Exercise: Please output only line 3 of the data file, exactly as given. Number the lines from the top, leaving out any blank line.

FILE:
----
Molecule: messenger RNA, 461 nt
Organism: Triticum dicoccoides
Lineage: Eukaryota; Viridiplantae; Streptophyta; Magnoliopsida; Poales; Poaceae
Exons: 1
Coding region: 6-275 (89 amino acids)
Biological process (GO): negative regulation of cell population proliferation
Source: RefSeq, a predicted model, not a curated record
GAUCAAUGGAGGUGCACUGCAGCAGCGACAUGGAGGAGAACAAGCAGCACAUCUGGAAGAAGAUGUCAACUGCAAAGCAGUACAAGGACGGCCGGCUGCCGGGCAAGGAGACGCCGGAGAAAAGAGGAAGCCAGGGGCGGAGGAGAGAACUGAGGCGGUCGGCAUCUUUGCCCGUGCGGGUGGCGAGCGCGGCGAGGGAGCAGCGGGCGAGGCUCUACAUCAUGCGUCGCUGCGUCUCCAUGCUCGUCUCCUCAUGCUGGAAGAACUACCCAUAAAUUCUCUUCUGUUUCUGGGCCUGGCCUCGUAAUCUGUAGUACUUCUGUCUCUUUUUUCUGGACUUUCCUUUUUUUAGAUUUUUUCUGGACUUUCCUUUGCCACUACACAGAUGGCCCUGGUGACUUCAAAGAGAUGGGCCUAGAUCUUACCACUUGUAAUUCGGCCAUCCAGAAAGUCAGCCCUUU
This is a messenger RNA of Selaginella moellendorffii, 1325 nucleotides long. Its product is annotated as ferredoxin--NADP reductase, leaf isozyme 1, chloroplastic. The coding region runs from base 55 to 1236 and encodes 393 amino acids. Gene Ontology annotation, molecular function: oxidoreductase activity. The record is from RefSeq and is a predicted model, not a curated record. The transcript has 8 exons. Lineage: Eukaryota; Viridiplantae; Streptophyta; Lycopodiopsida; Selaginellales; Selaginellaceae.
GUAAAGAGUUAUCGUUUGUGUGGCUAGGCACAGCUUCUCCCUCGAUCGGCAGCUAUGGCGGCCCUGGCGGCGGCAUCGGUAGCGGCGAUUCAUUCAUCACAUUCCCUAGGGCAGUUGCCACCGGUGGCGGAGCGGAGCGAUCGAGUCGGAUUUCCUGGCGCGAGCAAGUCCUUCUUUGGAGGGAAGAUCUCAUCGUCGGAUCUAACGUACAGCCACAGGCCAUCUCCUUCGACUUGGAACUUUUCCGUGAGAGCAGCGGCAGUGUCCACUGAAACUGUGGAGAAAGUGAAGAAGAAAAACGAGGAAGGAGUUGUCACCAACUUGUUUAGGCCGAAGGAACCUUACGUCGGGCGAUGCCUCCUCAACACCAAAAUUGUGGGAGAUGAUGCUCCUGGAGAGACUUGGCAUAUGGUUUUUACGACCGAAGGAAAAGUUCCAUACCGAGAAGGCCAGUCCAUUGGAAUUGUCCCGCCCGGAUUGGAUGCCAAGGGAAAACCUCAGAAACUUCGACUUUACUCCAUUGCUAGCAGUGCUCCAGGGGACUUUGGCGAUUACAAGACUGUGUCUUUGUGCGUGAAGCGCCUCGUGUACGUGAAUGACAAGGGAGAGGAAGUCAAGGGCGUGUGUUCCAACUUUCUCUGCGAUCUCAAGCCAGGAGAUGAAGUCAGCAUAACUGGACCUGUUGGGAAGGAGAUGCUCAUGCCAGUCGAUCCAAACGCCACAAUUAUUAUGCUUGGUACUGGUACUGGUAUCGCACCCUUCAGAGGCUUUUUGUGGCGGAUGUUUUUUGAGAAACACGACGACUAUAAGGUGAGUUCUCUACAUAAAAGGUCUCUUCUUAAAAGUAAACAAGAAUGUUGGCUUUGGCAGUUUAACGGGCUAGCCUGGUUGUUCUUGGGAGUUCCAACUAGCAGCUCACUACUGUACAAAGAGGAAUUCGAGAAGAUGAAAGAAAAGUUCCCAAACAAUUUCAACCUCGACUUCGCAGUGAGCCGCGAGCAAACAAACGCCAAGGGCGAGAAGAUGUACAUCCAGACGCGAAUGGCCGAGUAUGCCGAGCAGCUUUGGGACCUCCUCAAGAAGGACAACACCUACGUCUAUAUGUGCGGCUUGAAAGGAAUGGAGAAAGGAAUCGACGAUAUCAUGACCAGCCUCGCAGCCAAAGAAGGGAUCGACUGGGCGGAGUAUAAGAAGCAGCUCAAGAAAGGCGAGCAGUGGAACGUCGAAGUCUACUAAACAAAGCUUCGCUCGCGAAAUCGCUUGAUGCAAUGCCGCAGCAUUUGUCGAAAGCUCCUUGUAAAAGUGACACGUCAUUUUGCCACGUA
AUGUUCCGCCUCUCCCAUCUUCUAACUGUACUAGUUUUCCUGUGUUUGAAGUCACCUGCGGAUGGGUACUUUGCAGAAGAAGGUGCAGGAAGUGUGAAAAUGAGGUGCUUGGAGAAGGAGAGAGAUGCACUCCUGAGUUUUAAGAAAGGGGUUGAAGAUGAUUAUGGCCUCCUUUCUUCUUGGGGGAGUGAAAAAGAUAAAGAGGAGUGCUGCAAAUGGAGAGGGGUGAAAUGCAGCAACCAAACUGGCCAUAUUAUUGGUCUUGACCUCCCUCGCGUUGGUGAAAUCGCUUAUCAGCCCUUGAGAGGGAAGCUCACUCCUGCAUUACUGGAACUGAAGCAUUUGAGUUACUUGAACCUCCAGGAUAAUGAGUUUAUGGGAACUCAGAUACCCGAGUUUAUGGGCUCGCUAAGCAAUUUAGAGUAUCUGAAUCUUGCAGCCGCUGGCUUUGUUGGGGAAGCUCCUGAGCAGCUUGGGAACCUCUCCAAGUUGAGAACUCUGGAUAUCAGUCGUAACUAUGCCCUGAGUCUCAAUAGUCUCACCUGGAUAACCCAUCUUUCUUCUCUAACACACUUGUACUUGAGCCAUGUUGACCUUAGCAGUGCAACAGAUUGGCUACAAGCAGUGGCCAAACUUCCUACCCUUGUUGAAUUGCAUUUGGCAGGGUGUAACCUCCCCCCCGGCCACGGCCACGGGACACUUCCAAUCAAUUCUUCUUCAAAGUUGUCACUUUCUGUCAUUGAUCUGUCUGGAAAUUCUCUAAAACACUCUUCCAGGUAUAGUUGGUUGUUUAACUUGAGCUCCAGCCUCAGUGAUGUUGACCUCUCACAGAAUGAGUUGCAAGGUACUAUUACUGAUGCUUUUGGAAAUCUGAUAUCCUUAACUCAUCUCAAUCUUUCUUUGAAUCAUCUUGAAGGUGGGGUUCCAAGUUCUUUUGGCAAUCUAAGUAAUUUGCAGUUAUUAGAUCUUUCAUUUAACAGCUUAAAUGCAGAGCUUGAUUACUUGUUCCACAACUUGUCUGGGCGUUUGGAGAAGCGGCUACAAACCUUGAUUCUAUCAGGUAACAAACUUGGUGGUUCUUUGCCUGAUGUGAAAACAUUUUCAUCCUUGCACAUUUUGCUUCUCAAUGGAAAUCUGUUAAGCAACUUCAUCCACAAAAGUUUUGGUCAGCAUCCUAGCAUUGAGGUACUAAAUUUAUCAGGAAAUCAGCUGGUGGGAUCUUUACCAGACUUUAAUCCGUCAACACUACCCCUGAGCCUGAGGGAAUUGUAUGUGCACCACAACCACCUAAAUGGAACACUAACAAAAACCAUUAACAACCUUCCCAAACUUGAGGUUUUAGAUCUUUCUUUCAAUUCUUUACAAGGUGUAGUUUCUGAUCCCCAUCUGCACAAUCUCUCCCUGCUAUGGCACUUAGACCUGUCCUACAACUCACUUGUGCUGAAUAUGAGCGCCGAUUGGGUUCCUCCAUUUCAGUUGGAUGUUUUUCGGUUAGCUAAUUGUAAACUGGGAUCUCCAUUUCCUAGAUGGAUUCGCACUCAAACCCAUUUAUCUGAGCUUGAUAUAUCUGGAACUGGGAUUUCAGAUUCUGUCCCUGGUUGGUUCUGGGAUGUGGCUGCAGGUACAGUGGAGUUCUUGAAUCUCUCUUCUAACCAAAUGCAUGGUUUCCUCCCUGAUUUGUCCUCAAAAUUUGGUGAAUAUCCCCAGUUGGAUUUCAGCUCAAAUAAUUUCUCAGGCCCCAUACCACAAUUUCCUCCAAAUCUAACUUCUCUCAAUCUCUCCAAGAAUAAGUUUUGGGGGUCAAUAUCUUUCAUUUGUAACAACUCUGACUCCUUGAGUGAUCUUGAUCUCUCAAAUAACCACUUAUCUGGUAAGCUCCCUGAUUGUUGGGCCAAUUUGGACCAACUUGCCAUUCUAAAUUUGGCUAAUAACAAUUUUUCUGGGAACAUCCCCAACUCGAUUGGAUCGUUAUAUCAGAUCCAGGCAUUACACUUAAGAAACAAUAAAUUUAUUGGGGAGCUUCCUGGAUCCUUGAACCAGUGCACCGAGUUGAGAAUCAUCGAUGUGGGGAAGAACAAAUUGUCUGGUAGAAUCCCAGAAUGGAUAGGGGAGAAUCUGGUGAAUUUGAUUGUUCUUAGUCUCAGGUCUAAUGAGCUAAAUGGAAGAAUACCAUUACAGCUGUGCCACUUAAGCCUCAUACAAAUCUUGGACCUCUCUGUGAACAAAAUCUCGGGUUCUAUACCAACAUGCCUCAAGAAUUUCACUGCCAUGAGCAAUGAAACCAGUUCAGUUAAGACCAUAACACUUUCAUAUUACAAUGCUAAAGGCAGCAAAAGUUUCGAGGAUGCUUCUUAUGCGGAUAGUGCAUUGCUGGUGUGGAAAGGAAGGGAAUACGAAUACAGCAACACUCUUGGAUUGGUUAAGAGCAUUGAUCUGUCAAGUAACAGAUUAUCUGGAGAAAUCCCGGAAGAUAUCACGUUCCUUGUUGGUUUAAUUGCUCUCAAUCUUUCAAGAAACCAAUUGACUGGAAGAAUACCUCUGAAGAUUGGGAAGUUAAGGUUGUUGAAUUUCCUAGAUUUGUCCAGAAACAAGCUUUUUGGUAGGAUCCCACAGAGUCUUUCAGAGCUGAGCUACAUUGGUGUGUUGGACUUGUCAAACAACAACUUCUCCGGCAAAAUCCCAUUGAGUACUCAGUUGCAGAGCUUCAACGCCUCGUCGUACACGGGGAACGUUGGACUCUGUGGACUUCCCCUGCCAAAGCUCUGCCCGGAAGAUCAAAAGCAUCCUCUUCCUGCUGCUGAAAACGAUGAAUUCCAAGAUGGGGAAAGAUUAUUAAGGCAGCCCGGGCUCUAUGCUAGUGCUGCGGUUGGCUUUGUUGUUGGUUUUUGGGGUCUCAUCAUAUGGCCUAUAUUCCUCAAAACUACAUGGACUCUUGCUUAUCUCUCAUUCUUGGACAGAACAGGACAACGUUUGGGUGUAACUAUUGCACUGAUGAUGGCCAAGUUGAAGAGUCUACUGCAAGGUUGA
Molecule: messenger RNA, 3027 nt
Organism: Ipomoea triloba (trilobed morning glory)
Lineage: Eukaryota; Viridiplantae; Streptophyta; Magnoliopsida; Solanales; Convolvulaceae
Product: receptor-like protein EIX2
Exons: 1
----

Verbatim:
Lineage: Eukaryota; Viridiplantae; Streptophyta; Magnoliopsida; Poales; Poaceae